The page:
|A comparison of floc properties observed during neap and spring tidal conditions|
Manning, A.J.; Dyer, K.R. (2002). A comparison of floc properties observed during neap and spring tidal conditions, in: Winterwerp, J.C. et al. (Ed.) (2002). Fine sediment dynamics in the marine environment. Proceedings in Marine Science, 5: pp. 233-250
In: Winterwerp, J.C.; Kranenburg, C. (Ed.) (2002). Fine sediment dynamics in the marine environment. Proceedings in Marine Science, 5. Elsevier: Amsterdam. ISBN 0-444-51136-9. XV, 713 pp., more
In: Proceedings in Marine Science. Elsevier: Tokyo; Oxford; New York; Amsterdam; Singapore; Lausanne; Shannon. ISSN 1568-2692, more
cohesive sediment; flocculation; turbulent shear stress; floe size; settling velocity; effective density; suspended particulate matter; INSSEV instrument; Tamar estuary; turbidity maximum
|Authors|| || Top |
- Manning, A.J., more
- Dyer, K.R.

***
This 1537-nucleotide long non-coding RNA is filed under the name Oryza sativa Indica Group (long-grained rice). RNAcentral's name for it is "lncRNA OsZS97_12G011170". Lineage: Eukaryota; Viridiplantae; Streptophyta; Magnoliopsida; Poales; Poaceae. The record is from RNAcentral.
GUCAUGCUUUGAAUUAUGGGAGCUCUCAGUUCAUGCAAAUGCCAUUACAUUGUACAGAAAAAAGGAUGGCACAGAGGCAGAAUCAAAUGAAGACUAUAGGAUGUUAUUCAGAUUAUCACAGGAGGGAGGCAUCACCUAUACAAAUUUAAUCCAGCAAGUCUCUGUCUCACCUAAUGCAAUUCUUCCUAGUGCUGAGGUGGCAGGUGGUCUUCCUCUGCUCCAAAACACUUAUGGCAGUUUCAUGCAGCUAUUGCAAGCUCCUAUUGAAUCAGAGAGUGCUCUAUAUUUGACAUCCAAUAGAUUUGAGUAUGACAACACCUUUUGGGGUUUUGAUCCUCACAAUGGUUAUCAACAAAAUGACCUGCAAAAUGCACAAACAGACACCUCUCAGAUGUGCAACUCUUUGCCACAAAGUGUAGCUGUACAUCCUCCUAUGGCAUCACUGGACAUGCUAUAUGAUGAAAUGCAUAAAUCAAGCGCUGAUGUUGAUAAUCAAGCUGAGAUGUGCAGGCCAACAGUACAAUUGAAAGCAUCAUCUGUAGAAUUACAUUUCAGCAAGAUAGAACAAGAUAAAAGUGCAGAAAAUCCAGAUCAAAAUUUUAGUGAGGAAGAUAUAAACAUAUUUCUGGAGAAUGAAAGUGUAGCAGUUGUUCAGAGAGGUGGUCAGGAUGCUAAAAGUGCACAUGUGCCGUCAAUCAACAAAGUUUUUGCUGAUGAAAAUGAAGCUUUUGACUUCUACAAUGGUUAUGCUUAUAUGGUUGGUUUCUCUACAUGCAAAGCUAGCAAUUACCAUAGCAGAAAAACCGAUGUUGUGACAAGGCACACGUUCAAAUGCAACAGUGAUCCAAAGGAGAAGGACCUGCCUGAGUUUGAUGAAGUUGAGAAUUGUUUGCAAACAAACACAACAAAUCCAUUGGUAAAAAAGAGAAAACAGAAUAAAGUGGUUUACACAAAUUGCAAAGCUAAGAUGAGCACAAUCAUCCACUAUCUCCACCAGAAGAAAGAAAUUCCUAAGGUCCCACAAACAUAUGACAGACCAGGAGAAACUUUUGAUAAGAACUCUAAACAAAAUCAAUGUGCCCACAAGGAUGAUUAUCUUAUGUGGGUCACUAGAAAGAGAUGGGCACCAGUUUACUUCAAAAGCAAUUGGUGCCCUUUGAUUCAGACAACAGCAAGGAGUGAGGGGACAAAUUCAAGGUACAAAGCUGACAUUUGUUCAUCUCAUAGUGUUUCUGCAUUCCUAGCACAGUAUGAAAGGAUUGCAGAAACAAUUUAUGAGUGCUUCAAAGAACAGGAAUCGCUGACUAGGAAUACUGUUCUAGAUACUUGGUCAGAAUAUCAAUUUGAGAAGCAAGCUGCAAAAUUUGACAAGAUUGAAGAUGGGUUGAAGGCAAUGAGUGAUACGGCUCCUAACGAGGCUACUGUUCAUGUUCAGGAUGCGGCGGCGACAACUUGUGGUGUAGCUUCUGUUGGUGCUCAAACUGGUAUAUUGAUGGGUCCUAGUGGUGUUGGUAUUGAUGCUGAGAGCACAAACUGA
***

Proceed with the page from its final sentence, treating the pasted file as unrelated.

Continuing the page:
It is recognised that in order to properly understand how suspended particulate matter behaves during different tidal conditions within an estuary, high quality in-situ data is of a prime requirement. This paper initially presents floc data sets collected in the upper reaches of the Tamar estuary in south-western England. All floc samples were obtained using the in-situ sampling device INSSEV. The floc data was supplemented by simultaneous time series of near-bed profiles (using the high frequency POST system) of turbulent shear stress (TSS), suspended particulate matter (SPM) and current velocity. To enable a comparison of typical spring and neap tidal conditions, respective data sets were collected (on a sub-tidal duration) on 24(th) June 1998 and 5(th) August 1998. The spring tides experienced nearly twice the annual mean river flow (similar to40 m(3)s(-1)), and salinity did not exceed 0.5 at anytime during sampling. The afternoon flood saw surface currents approaching 1.1 ms(-1), and a maximum TSS of 0.7 Nm(-2) (at 25 cm). Throughout this period a concentrated benthic suspension layer developed, which displayed a peak particle concentration of 6 gl(-1) (50 cm above the bed) and a lutocline similar to40-60 cm above the bed. For the 5(th) August the annual mean river flow allowed the near-bed salinity at Station A to reach 8 during the afternoon flood. Surface currents did not exceed 0.55 ms(-1) and the SPM remained under 190 mgl(-1), with the exception of the turbidity maximum (TM) formation at sampling Station A 1.5 hours into the flood, where the near-bed SPM rose to 1.15 gl(-1). The maximum flood TSS 25 cm above the bed was 0.74 Nm(-2) and occurred just prior to the TM formation. An abundance of fast settling macroflocs (> 160 microns) from spring tides, accounted for a time series average of 89% of the mass settling flux (MSF). Whereas during neap tides, the macroflocs contributed 16% less to the MSF rate. This was partly due to a time series averaged macrofloc settling velocity of 4.6 mms(-1) from the spring tidal data; 2.8 mms(-1) higher than for neap tide conditions. During the TM passage at spring tides, macroflocs reached 1.5 mm in diameter; these floes had settling velocities of up to 16.6 mms(-1), but effective densities were less than 50 kgm(-3), which means they would be prone to break-up when settling to a region of high shear. At the opposite end of the scale, low SPM and quiescent conditions severely restricted floc production. A multiple parametric analysis identified both the TSS and SPM concentration as significant controllers of the settling velocity of the macroflocs, and these parameters must be included within any quantitative empirical algorithms.